Minneapolis, Minn. (Vocus/PRWEB) March 05, 2011
The February Employment Situation Report
released by the Bureau of Labor Statistics under the Department of Labor stated that the employment rate has now dipped down to 8.9 percent, which is the first time in two years that it has been under 9 percent. The largest number of jobs was added in the professional and business sector.
Overall, the BLS reported an increase of 192,000 in non-farm payrolls. Private payrolls actually added 222,000; however, government payrolls—mainly at the state and local levels—decline by 30,000. Altogether, there are 13.7 million people who are still out of work and actively looking, according to the BLS report.
Across sectors, increased hiring was primarily experienced in the professional and business sector, which added 47,000 new jobs, 35,000 of which were in administrative support. Health care continued to add new jobs—more than 15,000 were added in nursing or residential care while almost 17,000 were added in ambulatory care.
“The health care field has been extremely stable throughout these times of higher unemployment, and we expect to continue to see jobs added for professionals in nursing, medical assisting, health information technology, and other related fields,” National Director of Career Development at Rasmussen College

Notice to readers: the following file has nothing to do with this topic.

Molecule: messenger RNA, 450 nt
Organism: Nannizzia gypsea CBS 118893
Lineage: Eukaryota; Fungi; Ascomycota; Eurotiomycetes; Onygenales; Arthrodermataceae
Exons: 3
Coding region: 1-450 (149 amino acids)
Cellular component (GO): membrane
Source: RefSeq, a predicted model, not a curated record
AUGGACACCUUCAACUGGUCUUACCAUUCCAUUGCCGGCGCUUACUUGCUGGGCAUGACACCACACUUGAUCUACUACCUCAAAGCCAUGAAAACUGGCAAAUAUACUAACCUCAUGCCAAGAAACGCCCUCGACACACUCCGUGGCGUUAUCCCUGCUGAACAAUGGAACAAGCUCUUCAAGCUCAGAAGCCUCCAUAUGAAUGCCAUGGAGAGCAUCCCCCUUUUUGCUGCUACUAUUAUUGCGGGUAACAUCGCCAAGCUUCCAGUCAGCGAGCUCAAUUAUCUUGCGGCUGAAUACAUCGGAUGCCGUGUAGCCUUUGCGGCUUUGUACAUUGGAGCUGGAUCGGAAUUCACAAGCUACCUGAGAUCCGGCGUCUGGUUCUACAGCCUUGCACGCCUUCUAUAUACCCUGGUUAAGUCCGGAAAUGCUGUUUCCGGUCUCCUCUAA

Tamryn Hennessy said. “Furthermore, we are encouraged to see the growth in the business sector for administrative support as it bodes well for people with associate’s degrees or higher.”
In addition to data by sector, the Employment Situation Report continues to demonstrate the correlation between unemployment rates and educational background. While the unemployment rate for those with only a high school degree actually increased to 9.5 percent from 9.4 percent in January, those with some college or associate’s degree declined to 7.8 percent from 8.0 percent in January. The most employed cohort continues to be those with a bachelor’s degree or higher at 4.3 percent unemployment.
While the employment situation looks promising in some sectors and for those with college credentials, Hennessy cautions that we may see rising unemployment over the next few months.
“It would not be unexpected that our unemployment rate could increase slightly over the next few months as those discouraged workers who have previously left the active search mode will be encouraged to return to a brighter arena,” Hennessy said. “Additionally signs of possible inflation due to rising energy and food prices will have some impact on potential discretionary corporate income for hiring in some industries.”
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